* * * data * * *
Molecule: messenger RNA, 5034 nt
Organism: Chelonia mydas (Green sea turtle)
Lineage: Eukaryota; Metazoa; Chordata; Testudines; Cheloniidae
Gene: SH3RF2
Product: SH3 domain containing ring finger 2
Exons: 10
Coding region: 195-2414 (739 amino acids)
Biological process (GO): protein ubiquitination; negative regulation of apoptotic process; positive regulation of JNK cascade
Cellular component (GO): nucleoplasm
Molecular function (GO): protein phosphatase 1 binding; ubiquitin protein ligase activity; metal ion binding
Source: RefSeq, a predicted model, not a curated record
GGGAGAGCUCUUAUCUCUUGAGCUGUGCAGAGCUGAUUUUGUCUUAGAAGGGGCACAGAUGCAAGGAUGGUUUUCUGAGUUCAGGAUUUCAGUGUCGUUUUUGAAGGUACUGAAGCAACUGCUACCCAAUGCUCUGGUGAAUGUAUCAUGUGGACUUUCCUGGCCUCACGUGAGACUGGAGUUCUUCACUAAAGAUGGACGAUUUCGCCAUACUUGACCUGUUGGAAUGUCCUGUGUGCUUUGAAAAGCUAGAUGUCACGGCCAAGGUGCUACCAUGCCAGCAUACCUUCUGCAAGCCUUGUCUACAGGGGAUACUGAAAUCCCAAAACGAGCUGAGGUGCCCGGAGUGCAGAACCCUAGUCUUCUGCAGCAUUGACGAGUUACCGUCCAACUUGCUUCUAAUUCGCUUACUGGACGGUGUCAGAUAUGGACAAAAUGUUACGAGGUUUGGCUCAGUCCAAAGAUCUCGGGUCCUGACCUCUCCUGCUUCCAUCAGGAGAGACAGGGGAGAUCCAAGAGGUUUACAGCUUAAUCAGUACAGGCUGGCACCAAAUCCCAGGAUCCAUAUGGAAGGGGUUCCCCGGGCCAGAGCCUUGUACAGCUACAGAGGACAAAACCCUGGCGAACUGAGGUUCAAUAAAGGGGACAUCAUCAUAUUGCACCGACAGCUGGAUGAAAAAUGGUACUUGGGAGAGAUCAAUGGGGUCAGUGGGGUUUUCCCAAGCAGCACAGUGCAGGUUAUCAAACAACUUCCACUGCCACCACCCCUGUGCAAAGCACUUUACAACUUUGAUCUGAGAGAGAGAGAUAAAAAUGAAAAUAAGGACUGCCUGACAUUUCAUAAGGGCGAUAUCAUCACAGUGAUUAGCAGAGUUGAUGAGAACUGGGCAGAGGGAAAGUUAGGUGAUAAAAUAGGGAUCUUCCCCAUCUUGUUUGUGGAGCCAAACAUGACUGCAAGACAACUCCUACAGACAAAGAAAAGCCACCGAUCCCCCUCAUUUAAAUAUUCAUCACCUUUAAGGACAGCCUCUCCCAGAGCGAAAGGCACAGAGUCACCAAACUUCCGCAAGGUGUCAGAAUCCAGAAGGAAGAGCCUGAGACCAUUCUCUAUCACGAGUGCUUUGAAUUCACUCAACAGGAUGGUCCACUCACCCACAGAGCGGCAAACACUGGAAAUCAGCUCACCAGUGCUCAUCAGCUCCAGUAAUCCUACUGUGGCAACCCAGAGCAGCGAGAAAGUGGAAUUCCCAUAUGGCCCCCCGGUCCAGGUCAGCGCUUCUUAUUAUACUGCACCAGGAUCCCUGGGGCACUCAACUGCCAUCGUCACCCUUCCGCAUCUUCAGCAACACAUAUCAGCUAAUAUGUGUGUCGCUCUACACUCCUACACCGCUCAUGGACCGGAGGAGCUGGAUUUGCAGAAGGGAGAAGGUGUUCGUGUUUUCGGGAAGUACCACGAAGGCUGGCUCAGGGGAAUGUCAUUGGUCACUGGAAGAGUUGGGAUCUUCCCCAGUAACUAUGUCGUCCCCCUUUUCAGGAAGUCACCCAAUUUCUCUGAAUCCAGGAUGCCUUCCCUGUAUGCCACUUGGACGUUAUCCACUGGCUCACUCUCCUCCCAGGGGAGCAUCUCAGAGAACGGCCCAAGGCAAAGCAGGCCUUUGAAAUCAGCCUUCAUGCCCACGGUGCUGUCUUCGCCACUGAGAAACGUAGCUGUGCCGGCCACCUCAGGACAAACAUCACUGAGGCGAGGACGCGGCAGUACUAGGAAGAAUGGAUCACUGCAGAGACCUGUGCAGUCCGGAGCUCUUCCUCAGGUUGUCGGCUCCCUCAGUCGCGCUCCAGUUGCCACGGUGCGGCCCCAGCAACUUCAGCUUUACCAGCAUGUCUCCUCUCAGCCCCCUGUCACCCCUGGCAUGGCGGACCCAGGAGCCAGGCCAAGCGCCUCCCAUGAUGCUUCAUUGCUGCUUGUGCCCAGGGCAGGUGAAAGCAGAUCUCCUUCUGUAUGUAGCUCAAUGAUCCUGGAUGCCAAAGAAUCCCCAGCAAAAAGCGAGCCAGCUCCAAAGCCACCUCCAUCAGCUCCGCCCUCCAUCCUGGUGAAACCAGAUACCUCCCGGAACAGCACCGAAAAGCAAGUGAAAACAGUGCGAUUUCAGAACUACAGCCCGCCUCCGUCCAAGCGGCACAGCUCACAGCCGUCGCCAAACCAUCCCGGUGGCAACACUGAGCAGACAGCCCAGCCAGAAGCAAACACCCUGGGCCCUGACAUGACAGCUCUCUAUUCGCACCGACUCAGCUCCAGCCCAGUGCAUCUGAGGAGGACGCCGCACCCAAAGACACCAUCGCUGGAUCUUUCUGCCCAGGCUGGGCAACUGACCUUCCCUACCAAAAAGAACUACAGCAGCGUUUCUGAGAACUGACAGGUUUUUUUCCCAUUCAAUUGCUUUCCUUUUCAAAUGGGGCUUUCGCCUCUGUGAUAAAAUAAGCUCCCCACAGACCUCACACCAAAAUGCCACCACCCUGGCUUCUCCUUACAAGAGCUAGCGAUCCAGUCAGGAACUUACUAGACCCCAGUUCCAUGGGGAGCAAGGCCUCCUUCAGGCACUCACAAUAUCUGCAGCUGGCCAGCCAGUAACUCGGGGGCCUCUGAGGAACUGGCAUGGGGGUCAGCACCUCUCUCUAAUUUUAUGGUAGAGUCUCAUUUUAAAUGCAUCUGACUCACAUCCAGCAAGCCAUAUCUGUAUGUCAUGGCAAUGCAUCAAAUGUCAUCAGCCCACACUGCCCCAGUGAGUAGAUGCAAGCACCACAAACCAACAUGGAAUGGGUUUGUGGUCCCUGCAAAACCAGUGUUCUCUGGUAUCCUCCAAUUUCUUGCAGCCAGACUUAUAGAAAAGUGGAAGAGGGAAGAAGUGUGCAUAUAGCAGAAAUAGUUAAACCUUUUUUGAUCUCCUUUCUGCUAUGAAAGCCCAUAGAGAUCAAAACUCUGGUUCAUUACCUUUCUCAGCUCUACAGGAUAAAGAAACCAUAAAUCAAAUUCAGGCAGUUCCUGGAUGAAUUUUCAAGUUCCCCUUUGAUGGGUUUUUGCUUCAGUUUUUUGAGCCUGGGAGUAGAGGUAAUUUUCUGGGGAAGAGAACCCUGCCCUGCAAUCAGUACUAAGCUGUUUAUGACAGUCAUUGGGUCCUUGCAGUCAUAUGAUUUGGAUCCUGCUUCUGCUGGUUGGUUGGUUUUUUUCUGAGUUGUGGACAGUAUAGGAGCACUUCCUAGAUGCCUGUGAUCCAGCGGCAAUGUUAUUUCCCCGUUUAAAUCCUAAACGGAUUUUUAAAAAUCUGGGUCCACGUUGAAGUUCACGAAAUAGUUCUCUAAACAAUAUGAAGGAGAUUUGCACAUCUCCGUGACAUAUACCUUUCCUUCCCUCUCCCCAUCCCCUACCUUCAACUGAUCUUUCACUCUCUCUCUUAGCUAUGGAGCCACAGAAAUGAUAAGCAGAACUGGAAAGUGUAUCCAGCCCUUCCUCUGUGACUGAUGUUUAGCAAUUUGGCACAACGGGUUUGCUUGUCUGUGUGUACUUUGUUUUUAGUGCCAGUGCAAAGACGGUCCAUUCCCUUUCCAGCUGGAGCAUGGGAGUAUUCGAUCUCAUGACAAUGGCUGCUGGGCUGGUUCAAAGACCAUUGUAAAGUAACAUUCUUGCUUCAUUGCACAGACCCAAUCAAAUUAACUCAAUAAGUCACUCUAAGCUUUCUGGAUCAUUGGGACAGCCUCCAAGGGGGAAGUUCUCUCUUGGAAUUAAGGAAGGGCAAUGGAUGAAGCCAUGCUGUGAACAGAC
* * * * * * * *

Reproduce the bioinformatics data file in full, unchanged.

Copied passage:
Molecule: messenger RNA, 5034 nt
Organism: Chelonia mydas (Green sea turtle)
Lineage: Eukaryota; Metazoa; Chordata; Testudines; Cheloniidae
Gene: SH3RF2
Product: SH3 domain containing ring finger 2
Exons: 10
Coding region: 195-2414 (739 amino acids)
Biological process (GO): protein ubiquitination; negative regulation of apoptotic process; positive regulation of JNK cascade
Cellular component (GO): nucleoplasm
Molecular function (GO): protein phosphatase 1 binding; ubiquitin protein ligase activity; metal ion binding
Source: RefSeq, a predicted model, not a curated record
GGGAGAGCUCUUAUCUCUUGAGCUGUGCAGAGCUGAUUUUGUCUUAGAAGGGGCACAGAUGCAAGGAUGGUUUUCUGAGUUCAGGAUUUCAGUGUCGUUUUUGAAGGUACUGAAGCAACUGCUACCCAAUGCUCUGGUGAAUGUAUCAUGUGGACUUUCCUGGCCUCACGUGAGACUGGAGUUCUUCACUAAAGAUGGACGAUUUCGCCAUACUUGACCUGUUGGAAUGUCCUGUGUGCUUUGAAAAGCUAGAUGUCACGGCCAAGGUGCUACCAUGCCAGCAUACCUUCUGCAAGCCUUGUCUACAGGGGAUACUGAAAUCCCAAAACGAGCUGAGGUGCCCGGAGUGCAGAACCCUAGUCUUCUGCAGCAUUGACGAGUUACCGUCCAACUUGCUUCUAAUUCGCUUACUGGACGGUGUCAGAUAUGGACAAAAUGUUACGAGGUUUGGCUCAGUCCAAAGAUCUCGGGUCCUGACCUCUCCUGCUUCCAUCAGGAGAGACAGGGGAGAUCCAAGAGGUUUACAGCUUAAUCAGUACAGGCUGGCACCAAAUCCCAGGAUCCAUAUGGAAGGGGUUCCCCGGGCCAGAGCCUUGUACAGCUACAGAGGACAAAACCCUGGCGAACUGAGGUUCAAUAAAGGGGACAUCAUCAUAUUGCACCGACAGCUGGAUGAAAAAUGGUACUUGGGAGAGAUCAAUGGGGUCAGUGGGGUUUUCCCAAGCAGCACAGUGCAGGUUAUCAAACAACUUCCACUGCCACCACCCCUGUGCAAAGCACUUUACAACUUUGAUCUGAGAGAGAGAGAUAAAAAUGAAAAUAAGGACUGCCUGACAUUUCAUAAGGGCGAUAUCAUCACAGUGAUUAGCAGAGUUGAUGAGAACUGGGCAGAGGGAAAGUUAGGUGAUAAAAUAGGGAUCUUCCCCAUCUUGUUUGUGGAGCCAAACAUGACUGCAAGACAACUCCUACAGACAAAGAAAAGCCACCGAUCCCCCUCAUUUAAAUAUUCAUCACCUUUAAGGACAGCCUCUCCCAGAGCGAAAGGCACAGAGUCACCAAACUUCCGCAAGGUGUCAGAAUCCAGAAGGAAGAGCCUGAGACCAUUCUCUAUCACGAGUGCUUUGAAUUCACUCAACAGGAUGGUCCACUCACCCACAGAGCGGCAAACACUGGAAAUCAGCUCACCAGUGCUCAUCAGCUCCAGUAAUCCUACUGUGGCAACCCAGAGCAGCGAGAAAGUGGAAUUCCCAUAUGGCCCCCCGGUCCAGGUCAGCGCUUCUUAUUAUACUGCACCAGGAUCCCUGGGGCACUCAACUGCCAUCGUCACCCUUCCGCAUCUUCAGCAACACAUAUCAGCUAAUAUGUGUGUCGCUCUACACUCCUACACCGCUCAUGGACCGGAGGAGCUGGAUUUGCAGAAGGGAGAAGGUGUUCGUGUUUUCGGGAAGUACCACGAAGGCUGGCUCAGGGGAAUGUCAUUGGUCACUGGAAGAGUUGGGAUCUUCCCCAGUAACUAUGUCGUCCCCCUUUUCAGGAAGUCACCCAAUUUCUCUGAAUCCAGGAUGCCUUCCCUGUAUGCCACUUGGACGUUAUCCACUGGCUCACUCUCCUCCCAGGGGAGCAUCUCAGAGAACGGCCCAAGGCAAAGCAGGCCUUUGAAAUCAGCCUUCAUGCCCACGGUGCUGUCUUCGCCACUGAGAAACGUAGCUGUGCCGGCCACCUCAGGACAAACAUCACUGAGGCGAGGACGCGGCAGUACUAGGAAGAAUGGAUCACUGCAGAGACCUGUGCAGUCCGGAGCUCUUCCUCAGGUUGUCGGCUCCCUCAGUCGCGCUCCAGUUGCCACGGUGCGGCCCCAGCAACUUCAGCUUUACCAGCAUGUCUCCUCUCAGCCCCCUGUCACCCCUGGCAUGGCGGACCCAGGAGCCAGGCCAAGCGCCUCCCAUGAUGCUUCAUUGCUGCUUGUGCCCAGGGCAGGUGAAAGCAGAUCUCCUUCUGUAUGUAGCUCAAUGAUCCUGGAUGCCAAAGAAUCCCCAGCAAAAAGCGAGCCAGCUCCAAAGCCACCUCCAUCAGCUCCGCCCUCCAUCCUGGUGAAACCAGAUACCUCCCGGAACAGCACCGAAAAGCAAGUGAAAACAGUGCGAUUUCAGAACUACAGCCCGCCUCCGUCCAAGCGGCACAGCUCACAGCCGUCGCCAAACCAUCCCGGUGGCAACACUGAGCAGACAGCCCAGCCAGAAGCAAACACCCUGGGCCCUGACAUGACAGCUCUCUAUUCGCACCGACUCAGCUCCAGCCCAGUGCAUCUGAGGAGGACGCCGCACCCAAAGACACCAUCGCUGGAUCUUUCUGCCCAGGCUGGGCAACUGACCUUCCCUACCAAAAAGAACUACAGCAGCGUUUCUGAGAACUGACAGGUUUUUUUCCCAUUCAAUUGCUUUCCUUUUCAAAUGGGGCUUUCGCCUCUGUGAUAAAAUAAGCUCCCCACAGACCUCACACCAAAAUGCCACCACCCUGGCUUCUCCUUACAAGAGCUAGCGAUCCAGUCAGGAACUUACUAGACCCCAGUUCCAUGGGGAGCAAGGCCUCCUUCAGGCACUCACAAUAUCUGCAGCUGGCCAGCCAGUAACUCGGGGGCCUCUGAGGAACUGGCAUGGGGGUCAGCACCUCUCUCUAAUUUUAUGGUAGAGUCUCAUUUUAAAUGCAUCUGACUCACAUCCAGCAAGCCAUAUCUGUAUGUCAUGGCAAUGCAUCAAAUGUCAUCAGCCCACACUGCCCCAGUGAGUAGAUGCAAGCACCACAAACCAACAUGGAAUGGGUUUGUGGUCCCUGCAAAACCAGUGUUCUCUGGUAUCCUCCAAUUUCUUGCAGCCAGACUUAUAGAAAAGUGGAAGAGGGAAGAAGUGUGCAUAUAGCAGAAAUAGUUAAACCUUUUUUGAUCUCCUUUCUGCUAUGAAAGCCCAUAGAGAUCAAAACUCUGGUUCAUUACCUUUCUCAGCUCUACAGGAUAAAGAAACCAUAAAUCAAAUUCAGGCAGUUCCUGGAUGAAUUUUCAAGUUCCCCUUUGAUGGGUUUUUGCUUCAGUUUUUUGAGCCUGGGAGUAGAGGUAAUUUUCUGGGGAAGAGAACCCUGCCCUGCAAUCAGUACUAAGCUGUUUAUGACAGUCAUUGGGUCCUUGCAGUCAUAUGAUUUGGAUCCUGCUUCUGCUGGUUGGUUGGUUUUUUUCUGAGUUGUGGACAGUAUAGGAGCACUUCCUAGAUGCCUGUGAUCCAGCGGCAAUGUUAUUUCCCCGUUUAAAUCCUAAACGGAUUUUUAAAAAUCUGGGUCCACGUUGAAGUUCACGAAAUAGUUCUCUAAACAAUAUGAAGGAGAUUUGCACAUCUCCGUGACAUAUACCUUUCCUUCCCUCUCCCCAUCCCCUACCUUCAACUGAUCUUUCACUCUCUCUCUUAGCUAUGGAGCCACAGAAAUGAUAAGCAGAACUGGAAAGUGUAUCCAGCCCUUCCUCUGUGACUGAUGUUUAGCAAUUUGGCACAACGGGUUUGCUUGUCUGUGUGUACUUUGUUUUUAGUGCCAGUGCAAAGACGGUCCAUUCCCUUUCCAGCUGGAGCAUGGGAGUAUUCGAUCUCAUGACAAUGGCUGCUGGGCUGGUUCAAAGACCAUUGUAAAGUAACAUUCUUGCUUCAUUGCACAGACCCAAUCAAAUUAACUCAAUAAGUCACUCUAAGCUUUCUGGAUCAUUGGGACAGCCUCCAAGGGGGAAGUUCUCUCUUGGAAUUAAGGAAGGGCAAUGGAUGAAGCCAUGCUGUGAACAGAC